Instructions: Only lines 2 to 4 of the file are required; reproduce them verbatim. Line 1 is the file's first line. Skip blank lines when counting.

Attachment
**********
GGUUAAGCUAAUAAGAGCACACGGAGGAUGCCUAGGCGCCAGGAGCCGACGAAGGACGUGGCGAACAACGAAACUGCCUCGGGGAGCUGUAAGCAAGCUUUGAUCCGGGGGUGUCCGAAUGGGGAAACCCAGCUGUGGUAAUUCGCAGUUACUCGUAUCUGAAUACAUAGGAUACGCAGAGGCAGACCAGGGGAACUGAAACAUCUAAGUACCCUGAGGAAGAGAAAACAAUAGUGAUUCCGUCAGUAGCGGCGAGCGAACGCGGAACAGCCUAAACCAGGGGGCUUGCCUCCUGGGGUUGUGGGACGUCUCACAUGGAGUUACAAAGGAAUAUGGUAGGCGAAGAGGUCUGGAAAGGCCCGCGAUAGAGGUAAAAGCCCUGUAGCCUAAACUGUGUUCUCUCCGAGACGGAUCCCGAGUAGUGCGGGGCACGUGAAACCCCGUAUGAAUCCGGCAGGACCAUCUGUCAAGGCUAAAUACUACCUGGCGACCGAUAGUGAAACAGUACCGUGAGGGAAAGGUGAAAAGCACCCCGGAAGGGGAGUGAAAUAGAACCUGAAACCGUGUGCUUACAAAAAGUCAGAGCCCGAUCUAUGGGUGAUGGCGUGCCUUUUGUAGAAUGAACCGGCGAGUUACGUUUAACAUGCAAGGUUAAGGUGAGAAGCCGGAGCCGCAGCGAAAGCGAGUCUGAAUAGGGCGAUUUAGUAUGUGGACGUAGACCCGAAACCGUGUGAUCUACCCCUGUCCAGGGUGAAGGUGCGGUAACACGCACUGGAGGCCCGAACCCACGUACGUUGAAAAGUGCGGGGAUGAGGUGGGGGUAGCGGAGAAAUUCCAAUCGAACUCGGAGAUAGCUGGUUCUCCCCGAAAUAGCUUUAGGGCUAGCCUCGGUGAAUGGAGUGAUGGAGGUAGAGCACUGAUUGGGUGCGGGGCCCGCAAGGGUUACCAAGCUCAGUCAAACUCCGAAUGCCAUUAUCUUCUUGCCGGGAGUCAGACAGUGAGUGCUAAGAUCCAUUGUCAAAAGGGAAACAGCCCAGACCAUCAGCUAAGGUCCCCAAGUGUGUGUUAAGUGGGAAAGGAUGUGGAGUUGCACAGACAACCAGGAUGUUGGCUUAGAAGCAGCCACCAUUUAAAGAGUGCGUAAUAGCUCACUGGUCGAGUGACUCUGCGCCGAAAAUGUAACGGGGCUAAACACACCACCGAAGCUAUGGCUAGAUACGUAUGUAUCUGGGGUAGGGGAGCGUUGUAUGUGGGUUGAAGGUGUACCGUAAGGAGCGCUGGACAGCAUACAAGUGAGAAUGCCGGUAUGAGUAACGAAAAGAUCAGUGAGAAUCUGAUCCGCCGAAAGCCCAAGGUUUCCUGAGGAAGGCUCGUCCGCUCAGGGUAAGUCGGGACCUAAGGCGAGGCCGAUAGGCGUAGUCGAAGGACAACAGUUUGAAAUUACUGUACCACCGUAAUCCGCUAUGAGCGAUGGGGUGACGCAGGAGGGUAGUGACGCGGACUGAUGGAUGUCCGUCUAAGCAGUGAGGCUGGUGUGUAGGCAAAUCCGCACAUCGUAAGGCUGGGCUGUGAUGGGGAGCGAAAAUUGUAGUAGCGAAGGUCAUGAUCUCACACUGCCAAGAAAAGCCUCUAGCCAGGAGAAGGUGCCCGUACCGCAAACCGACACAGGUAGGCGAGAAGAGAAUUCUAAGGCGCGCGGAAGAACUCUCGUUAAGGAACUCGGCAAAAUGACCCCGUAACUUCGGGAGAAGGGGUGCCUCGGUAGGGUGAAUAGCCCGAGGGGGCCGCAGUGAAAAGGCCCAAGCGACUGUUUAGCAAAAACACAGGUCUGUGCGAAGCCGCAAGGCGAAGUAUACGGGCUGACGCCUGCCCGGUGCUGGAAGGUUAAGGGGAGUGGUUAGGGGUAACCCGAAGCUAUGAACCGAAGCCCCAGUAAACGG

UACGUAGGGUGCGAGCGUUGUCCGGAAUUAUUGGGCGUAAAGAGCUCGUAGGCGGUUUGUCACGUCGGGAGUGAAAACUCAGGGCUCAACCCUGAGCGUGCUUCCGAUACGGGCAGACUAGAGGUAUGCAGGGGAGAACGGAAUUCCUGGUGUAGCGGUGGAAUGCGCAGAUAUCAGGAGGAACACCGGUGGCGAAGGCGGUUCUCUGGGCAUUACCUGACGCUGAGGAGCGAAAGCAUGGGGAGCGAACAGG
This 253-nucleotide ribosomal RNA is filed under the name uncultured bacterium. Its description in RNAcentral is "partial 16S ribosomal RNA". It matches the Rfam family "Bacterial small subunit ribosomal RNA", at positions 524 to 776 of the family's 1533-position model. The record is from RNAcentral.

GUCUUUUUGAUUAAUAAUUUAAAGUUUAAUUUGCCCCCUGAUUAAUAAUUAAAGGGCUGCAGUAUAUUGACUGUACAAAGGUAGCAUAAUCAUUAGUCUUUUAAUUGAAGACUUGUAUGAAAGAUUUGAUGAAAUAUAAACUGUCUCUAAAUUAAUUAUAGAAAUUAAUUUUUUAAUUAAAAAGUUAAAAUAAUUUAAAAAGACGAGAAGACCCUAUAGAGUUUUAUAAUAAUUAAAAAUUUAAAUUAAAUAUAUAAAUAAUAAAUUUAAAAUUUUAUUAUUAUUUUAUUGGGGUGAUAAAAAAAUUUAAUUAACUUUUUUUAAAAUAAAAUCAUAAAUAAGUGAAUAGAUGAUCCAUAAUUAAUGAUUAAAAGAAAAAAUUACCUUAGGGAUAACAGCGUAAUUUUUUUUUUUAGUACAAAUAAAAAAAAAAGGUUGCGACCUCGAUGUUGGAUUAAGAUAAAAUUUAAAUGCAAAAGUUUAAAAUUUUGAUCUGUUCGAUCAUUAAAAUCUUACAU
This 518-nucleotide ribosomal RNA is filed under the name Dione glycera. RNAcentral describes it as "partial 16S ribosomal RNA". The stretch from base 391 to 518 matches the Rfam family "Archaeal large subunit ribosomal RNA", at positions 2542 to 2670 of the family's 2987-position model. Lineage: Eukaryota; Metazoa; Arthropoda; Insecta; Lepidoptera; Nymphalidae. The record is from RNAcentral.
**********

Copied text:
UACGUAGGGUGCGAGCGUUGUCCGGAAUUAUUGGGCGUAAAGAGCUCGUAGGCGGUUUGUCACGUCGGGAGUGAAAACUCAGGGCUCAACCCUGAGCGUGCUUCCGAUACGGGCAGACUAGAGGUAUGCAGGGGAGAACGGAAUUCCUGGUGUAGCGGUGGAAUGCGCAGAUAUCAGGAGGAACACCGGUGGCGAAGGCGGUUCUCUGGGCAUUACCUGACGCUGAGGAGCGAAAGCAUGGGGAGCGAACAGG
This 253-nucleotide ribosomal RNA is filed under the name uncultured bacterium. Its description in RNAcentral is "partial 16S ribosomal RNA". It matches the Rfam family "Bacterial small subunit ribosomal RNA", at positions 524 to 776 of the family's 1533-position model. The record is from RNAcentral.

GUCUUUUUGAUUAAUAAUUUAAAGUUUAAUUUGCCCCCUGAUUAAUAAUUAAAGGGCUGCAGUAUAUUGACUGUACAAAGGUAGCAUAAUCAUUAGUCUUUUAAUUGAAGACUUGUAUGAAAGAUUUGAUGAAAUAUAAACUGUCUCUAAAUUAAUUAUAGAAAUUAAUUUUUUAAUUAAAAAGUUAAAAUAAUUUAAAAAGACGAGAAGACCCUAUAGAGUUUUAUAAUAAUUAAAAAUUUAAAUUAAAUAUAUAAAUAAUAAAUUUAAAAUUUUAUUAUUAUUUUAUUGGGGUGAUAAAAAAAUUUAAUUAACUUUUUUUAAAAUAAAAUCAUAAAUAAGUGAAUAGAUGAUCCAUAAUUAAUGAUUAAAAGAAAAAAUUACCUUAGGGAUAACAGCGUAAUUUUUUUUUUUAGUACAAAUAAAAAAAAAAGGUUGCGACCUCGAUGUUGGAUUAAGAUAAAAUUUAAAUGCAAAAGUUUAAAAUUUUGAUCUGUUCGAUCAUUAAAAUCUUACAU